Neptune Energy Aims to Store More Carbon than it Emits by 2030

Neptune Energy announced its aim to go beyond net zero and store more carbon than is emitted from its operations and the use of its sold products by 2030.

The company is currently progressing two carbon capture and storage (CCS) developments in the Dutch and UK sectors of the North Sea that could see it store more than 9 million tons of carbon dioxide (CO2) emissions per year for third parties by the end of this decade. That would exceed its projected direct emissions (Scope 1) and emissions from the use of its sold products (Scope 3).

Neptune’s aim will be supported by a refreshed strategy, focusing on lower carbon energy production and integrated energy hubs.

  1. Lower carbon energy production: produce lower carbon gas and oil safely and efficiently

Neptune will focus on electrification where it is economic to do so and continue to reduce emissions from its operations.

The company will continue to target production in its key producing regions, maintaining its gas-weighted portfolio and lower carbon intensity. New gas and oil developments that are consistent with its lower carbon strategy will be prioritized, along with those that provide opportunities to integrate energy systems.

Given Neptune’s portfolio is lower carbon due to actions taken already, further operational improvements will likely have only a modest impact on Group emissions intensity. Neptune will therefore pursue electrification to decarbonize some of its highest producing assets where it is economic to do so and where the regulatory regime is supportive. Consequently, its short-term focus for electrification is in Norway.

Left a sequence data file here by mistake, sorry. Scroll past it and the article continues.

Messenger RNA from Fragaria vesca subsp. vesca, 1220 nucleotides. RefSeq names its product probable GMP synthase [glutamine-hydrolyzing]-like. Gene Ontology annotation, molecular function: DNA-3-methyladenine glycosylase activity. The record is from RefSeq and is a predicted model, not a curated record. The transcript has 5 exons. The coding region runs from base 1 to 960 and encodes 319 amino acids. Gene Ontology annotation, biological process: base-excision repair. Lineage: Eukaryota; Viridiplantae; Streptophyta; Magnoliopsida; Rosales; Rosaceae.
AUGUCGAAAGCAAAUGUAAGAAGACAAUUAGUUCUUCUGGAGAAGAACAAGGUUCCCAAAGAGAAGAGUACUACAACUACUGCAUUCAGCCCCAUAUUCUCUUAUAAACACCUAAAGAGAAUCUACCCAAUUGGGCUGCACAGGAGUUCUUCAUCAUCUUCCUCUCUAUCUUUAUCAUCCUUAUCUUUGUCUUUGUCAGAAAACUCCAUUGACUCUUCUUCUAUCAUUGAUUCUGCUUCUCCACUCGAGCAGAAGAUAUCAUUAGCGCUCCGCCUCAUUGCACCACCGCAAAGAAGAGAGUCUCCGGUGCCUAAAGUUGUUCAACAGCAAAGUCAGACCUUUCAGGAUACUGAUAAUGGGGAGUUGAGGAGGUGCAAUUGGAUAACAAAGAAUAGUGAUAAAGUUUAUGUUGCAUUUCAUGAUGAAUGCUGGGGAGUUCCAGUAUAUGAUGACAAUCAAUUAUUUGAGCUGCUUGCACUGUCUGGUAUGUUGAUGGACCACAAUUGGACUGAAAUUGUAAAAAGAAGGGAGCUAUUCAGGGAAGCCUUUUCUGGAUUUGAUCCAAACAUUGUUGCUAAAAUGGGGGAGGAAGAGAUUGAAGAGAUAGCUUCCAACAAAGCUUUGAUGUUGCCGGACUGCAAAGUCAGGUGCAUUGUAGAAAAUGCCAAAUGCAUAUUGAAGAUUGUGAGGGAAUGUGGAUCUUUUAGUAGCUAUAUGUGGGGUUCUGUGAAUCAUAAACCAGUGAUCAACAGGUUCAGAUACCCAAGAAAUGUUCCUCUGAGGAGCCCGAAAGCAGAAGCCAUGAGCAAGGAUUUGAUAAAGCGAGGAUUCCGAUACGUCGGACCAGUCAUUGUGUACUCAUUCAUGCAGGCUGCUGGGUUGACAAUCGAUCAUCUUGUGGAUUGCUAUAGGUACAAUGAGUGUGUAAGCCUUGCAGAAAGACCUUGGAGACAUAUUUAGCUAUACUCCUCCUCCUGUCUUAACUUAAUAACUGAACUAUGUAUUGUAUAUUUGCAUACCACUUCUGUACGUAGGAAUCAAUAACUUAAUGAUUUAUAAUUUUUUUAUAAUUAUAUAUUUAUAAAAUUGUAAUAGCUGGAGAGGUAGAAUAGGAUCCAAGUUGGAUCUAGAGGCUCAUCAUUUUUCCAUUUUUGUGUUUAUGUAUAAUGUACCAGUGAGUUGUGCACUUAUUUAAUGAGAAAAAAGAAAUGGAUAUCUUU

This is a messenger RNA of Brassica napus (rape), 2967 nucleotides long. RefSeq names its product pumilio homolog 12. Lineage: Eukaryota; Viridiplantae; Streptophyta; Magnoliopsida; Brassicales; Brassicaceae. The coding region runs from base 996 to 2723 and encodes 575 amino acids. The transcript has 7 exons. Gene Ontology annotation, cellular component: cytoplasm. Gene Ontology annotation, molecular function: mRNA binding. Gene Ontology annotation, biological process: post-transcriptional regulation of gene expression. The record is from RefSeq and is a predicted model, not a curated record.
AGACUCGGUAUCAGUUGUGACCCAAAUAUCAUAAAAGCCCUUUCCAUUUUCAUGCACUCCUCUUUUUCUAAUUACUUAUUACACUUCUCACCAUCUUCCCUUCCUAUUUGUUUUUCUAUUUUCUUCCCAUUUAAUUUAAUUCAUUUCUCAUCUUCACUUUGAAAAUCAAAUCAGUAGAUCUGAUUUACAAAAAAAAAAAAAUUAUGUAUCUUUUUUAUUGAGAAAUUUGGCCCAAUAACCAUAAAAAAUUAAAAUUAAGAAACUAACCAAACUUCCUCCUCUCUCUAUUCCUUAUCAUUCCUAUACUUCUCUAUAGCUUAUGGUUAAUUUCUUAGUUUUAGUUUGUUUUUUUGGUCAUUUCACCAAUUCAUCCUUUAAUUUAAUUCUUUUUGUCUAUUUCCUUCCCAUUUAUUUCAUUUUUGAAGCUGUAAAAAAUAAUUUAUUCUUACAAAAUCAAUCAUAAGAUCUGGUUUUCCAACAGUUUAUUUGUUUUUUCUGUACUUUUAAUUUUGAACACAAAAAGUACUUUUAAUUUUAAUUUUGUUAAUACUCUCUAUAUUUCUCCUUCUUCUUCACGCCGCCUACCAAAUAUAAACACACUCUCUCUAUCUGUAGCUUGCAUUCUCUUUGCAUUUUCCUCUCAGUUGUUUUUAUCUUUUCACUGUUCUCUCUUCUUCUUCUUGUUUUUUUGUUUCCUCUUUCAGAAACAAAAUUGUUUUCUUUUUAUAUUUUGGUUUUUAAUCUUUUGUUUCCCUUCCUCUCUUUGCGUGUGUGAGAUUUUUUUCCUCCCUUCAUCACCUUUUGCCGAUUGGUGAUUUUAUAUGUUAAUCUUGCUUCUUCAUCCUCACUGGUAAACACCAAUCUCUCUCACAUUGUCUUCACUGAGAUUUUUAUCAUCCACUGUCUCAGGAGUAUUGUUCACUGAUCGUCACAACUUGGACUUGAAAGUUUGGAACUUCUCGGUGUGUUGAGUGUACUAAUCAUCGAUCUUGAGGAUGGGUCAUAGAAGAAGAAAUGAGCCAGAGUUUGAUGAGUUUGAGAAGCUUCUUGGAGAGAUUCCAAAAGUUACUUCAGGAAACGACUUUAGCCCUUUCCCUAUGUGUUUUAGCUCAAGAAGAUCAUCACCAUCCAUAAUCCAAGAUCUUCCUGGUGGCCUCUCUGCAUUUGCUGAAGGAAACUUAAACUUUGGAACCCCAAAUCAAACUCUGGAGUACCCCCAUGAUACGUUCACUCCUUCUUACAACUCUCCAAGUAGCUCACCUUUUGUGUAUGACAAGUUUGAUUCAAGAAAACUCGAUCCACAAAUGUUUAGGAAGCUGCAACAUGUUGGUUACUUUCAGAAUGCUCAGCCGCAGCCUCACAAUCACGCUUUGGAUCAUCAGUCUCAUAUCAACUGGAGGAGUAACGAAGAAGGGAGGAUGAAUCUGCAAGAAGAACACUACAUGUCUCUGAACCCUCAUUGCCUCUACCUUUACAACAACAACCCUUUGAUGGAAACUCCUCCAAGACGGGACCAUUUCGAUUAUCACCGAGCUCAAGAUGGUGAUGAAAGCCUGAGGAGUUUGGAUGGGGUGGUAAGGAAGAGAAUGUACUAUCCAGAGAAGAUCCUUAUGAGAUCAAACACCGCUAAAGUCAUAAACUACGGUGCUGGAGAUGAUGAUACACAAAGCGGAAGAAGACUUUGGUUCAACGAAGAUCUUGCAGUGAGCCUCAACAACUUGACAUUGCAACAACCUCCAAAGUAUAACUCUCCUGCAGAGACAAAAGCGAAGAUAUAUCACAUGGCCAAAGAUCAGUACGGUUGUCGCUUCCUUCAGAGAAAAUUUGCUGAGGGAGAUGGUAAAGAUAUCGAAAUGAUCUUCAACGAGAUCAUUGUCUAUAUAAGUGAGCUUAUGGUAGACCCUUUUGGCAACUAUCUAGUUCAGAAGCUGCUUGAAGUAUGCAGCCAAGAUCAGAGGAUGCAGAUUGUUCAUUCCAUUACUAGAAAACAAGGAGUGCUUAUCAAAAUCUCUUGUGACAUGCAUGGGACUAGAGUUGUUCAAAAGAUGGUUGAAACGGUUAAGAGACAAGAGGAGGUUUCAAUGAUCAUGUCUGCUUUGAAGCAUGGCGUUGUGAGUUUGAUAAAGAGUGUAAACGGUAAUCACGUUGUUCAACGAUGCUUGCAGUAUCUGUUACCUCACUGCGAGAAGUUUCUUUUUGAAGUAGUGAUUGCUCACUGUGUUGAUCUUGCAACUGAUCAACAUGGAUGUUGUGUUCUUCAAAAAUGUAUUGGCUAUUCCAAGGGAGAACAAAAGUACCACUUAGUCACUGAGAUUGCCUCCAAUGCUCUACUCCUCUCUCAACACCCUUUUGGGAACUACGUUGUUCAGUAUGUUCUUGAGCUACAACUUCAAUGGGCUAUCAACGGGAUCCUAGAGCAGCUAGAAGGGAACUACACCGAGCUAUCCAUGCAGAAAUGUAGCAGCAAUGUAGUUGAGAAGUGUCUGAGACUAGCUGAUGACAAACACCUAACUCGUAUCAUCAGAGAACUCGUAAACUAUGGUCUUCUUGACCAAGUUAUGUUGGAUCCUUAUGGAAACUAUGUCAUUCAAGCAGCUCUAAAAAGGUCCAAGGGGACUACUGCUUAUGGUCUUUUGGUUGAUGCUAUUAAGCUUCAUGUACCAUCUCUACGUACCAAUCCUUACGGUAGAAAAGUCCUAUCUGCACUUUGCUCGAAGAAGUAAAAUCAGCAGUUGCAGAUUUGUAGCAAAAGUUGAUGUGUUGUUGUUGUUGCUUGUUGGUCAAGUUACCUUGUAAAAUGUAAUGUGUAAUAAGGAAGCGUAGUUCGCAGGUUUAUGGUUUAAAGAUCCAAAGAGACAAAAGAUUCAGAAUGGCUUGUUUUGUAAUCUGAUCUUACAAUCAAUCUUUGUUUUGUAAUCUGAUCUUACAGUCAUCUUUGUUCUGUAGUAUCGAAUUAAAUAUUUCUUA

By the end of 2022, more than 35 kboepd of Neptune’s net annual production will be electrified. With further projects planned in Norway, the company aims to have around 50 kboepd electrified by 2027.

  1. Integrated energy hubs: utilize existing infrastructure and capability to integrate energy systems

Neptune’s integrated energy hub strategy provides an opportunity to drive offshore decarbonization, by extending the life of offshore assets and repurposing them to facilitate CO2 storage and hydrogen production, using domestic, lower carbon intensive gas or wind power. By extending field life, electrification could become more economic, helping decarbonize existing production further. This strategy builds on the company’s experience with CCS in the Netherlands and Norway.

Neptune, with its partners, is currently developing the L10 CCS project in the Netherlands, which could store up to 5mt of carbon per year. The company plans to have the project FEED-ready by the end of 2022, with a final investment decision due in 2023. First carbon injection could be in 2026.

Neptune is also pursuing a CCS storage and appraisal license in the UK, and further potential opportunities in the UK and Norway.

Through CCS, Neptune aims to store more carbon for third-party emitters than is emitted from its operations and the use of its sold products by 2030.

At 6kg CO2/boe, the carbon intensity of Neptune’s operated portfolio is already among the lowest in the sector and ahead of the industry average of 15 kg CO2/boe. The methane intensity of its operated production is 0.02%, below the industry average of 0.20% and Neptune remains on target to reach net zero methane emissions by 2030.

“Neptune has one of the lowest carbon intensities in the sector due to the steps we have taken already to reduce operational emissions,” Neptune Energy CEO Pete Jones said. “We have both the infrastructure and the experience with electrification and CCS to now accelerate our ambitions.

Gas will continue to play a crucial role in decarbonization globally, while also being vital for energy security, he said.

“Our gas-weighted portfolio positions us well and we will use this to integrate energy systems, increasing CO2 storage, electrification and hydrogen production, with the aim of storing more carbon than we emit by 2030.”

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